Conference Board Leading Economic Index Remains in Recession Territory

The latest Conference Board Leading Economic Index (LEI) for August was up 1.2% from the July final figure of 105.2. predicted a 1.3% increase.

Here's an excerpt from the technical notes.

The Conference Board LEI for the U.S. increased for the fourth consecutive month in August. Positive contributions from average weekly initial claims for unemployment insurance (inverted), the ISM® New Orders Index, and stock prices more than offset negative contributions from consumer expectations for business conditions, manufacturers’ new orders, the Leading Credit Index™ (inverted), and building permits. In the six-month period ending August 2020, the leading economic index decreased 4.7 percent (about a -9.3 percent annual rate), compared to no growth over the previous six months. In addition, the weaknesses among the leading indicators remain widespread

The Conference Board CEI for the U.S., a measure of current economic activity, increased in August. However, the coincident economic index decreased by 6.4 percent (about a -12.4 percent annual rate) between February and August 2020, a reversal from the growth of 0.8 percent (about a 1.7 percent annual rate) over the previous six months. In addition, the weaknesses among the coincident indicators remain very widespread, with all components declining over the past six months. The lagging economic index continued to decline while the CEI continued to improve. As a result, the coincident-to-lagging ratio has increased. Real GDP contracted at a 31.7 percent annual rate in the second quarter, after declining 5.0 percent annual rate in the first quarter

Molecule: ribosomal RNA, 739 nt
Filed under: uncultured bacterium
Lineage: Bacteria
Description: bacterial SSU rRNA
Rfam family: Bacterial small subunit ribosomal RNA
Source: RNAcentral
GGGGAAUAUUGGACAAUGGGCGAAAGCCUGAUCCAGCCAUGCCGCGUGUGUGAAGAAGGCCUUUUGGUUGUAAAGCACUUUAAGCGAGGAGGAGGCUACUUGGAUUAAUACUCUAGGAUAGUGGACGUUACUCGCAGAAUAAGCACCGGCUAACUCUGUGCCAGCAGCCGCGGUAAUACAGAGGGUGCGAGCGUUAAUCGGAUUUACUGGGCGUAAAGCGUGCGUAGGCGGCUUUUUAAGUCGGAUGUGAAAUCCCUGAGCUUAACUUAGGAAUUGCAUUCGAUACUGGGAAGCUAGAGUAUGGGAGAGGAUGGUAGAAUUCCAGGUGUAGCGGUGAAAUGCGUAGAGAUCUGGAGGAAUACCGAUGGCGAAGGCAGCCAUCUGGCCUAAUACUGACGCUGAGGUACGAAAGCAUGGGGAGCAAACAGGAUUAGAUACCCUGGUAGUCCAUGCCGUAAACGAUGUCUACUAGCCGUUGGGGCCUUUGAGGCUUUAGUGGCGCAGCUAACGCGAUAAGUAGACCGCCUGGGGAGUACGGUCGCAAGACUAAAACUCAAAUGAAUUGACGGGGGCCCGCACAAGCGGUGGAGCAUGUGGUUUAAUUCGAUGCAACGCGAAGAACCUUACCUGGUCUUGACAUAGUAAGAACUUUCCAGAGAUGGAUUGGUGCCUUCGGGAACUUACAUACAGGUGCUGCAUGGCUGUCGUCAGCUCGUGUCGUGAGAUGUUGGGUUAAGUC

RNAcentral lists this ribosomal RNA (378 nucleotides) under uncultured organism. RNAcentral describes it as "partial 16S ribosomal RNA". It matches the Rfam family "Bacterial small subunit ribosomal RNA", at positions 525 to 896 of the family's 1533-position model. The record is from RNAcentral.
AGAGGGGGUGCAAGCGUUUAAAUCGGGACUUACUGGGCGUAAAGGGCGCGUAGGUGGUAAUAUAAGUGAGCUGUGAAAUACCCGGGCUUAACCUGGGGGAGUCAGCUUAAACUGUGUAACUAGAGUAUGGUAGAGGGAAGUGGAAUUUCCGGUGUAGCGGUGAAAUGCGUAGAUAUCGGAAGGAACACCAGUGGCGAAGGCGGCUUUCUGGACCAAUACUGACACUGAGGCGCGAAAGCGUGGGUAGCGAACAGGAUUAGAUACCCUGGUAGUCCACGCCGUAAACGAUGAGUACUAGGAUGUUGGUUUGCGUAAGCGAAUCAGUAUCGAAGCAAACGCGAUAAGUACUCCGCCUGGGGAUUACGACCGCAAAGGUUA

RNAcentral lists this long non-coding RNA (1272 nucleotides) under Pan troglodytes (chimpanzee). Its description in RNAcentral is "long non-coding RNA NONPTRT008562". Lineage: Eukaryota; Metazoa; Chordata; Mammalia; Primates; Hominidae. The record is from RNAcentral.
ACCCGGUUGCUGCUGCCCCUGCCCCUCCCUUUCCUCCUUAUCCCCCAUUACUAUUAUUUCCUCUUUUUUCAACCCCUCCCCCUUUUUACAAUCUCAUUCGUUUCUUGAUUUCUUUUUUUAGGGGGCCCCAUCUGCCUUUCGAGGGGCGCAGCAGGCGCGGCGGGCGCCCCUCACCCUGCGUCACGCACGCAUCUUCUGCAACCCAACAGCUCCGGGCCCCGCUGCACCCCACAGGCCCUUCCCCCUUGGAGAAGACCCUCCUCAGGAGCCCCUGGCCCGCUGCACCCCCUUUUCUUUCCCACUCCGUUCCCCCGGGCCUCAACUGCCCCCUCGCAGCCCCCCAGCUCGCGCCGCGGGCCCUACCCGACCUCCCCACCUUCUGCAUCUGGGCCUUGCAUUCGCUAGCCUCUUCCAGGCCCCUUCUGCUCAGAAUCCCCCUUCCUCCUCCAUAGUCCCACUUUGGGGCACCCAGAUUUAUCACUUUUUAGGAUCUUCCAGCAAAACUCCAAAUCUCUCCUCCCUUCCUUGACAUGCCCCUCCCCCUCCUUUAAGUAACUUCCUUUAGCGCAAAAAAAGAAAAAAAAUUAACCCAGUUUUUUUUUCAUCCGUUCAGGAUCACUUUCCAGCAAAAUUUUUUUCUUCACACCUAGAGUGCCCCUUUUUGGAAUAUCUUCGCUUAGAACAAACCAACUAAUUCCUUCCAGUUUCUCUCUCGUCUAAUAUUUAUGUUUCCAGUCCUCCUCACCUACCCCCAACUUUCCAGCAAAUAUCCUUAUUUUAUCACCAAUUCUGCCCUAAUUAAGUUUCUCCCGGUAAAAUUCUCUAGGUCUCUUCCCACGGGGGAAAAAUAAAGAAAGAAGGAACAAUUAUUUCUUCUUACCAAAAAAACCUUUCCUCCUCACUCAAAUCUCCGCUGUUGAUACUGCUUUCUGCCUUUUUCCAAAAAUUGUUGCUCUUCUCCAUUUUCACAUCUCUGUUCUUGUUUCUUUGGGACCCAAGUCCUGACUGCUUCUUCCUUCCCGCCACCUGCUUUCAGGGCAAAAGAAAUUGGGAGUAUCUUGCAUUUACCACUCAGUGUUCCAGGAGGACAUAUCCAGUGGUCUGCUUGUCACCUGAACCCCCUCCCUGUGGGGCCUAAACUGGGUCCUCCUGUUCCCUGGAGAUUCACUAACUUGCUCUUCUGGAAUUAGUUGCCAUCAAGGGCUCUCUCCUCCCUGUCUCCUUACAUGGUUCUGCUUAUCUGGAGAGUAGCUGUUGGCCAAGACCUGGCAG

Here is a log-scale chart of the LEI series with documented recessions as identified by the NBER. The use of a log scale gives us a better sense of the relative sizes of peaks and troughs than a more conventional linear scale.

Conference Board's LEI

For additional perspective on this indicator, see the latest press release, which includes this overview:

NEW YORK, September 18, 2020…The Conference Board Leading Economic Index® (LEI) for the U.S. increased 1.2 percent in August to 106.5 (2016 = 100), following a 2.0 percent increase in July and a 3.1 percent increase in June.

“While the US LEI increased again in August, the slowing pace of improvement suggests that this summer’s economic rebound may be losing steam heading into the final stretch of 2020,” said Ataman Ozyildirim, Senior Director of Economic Research at The Conference Board. “Despite the improvement, the LEI remains in recession territory, still 4.7 percent below its February level. Weakening in new orders or capital goods, residential construction, consumers’ outlook, and financial conditions point to increasing downside risks to the economic recovery. Looking ahead to 2021, the LEI suggests that the US economy will start the new year under substantially weakened economic conditions.”

For a better understanding of the relationship between the LEI and recessions, the next chart shows the percentage-off the previous peak for the index and the number of months between the previous peak and official recessions.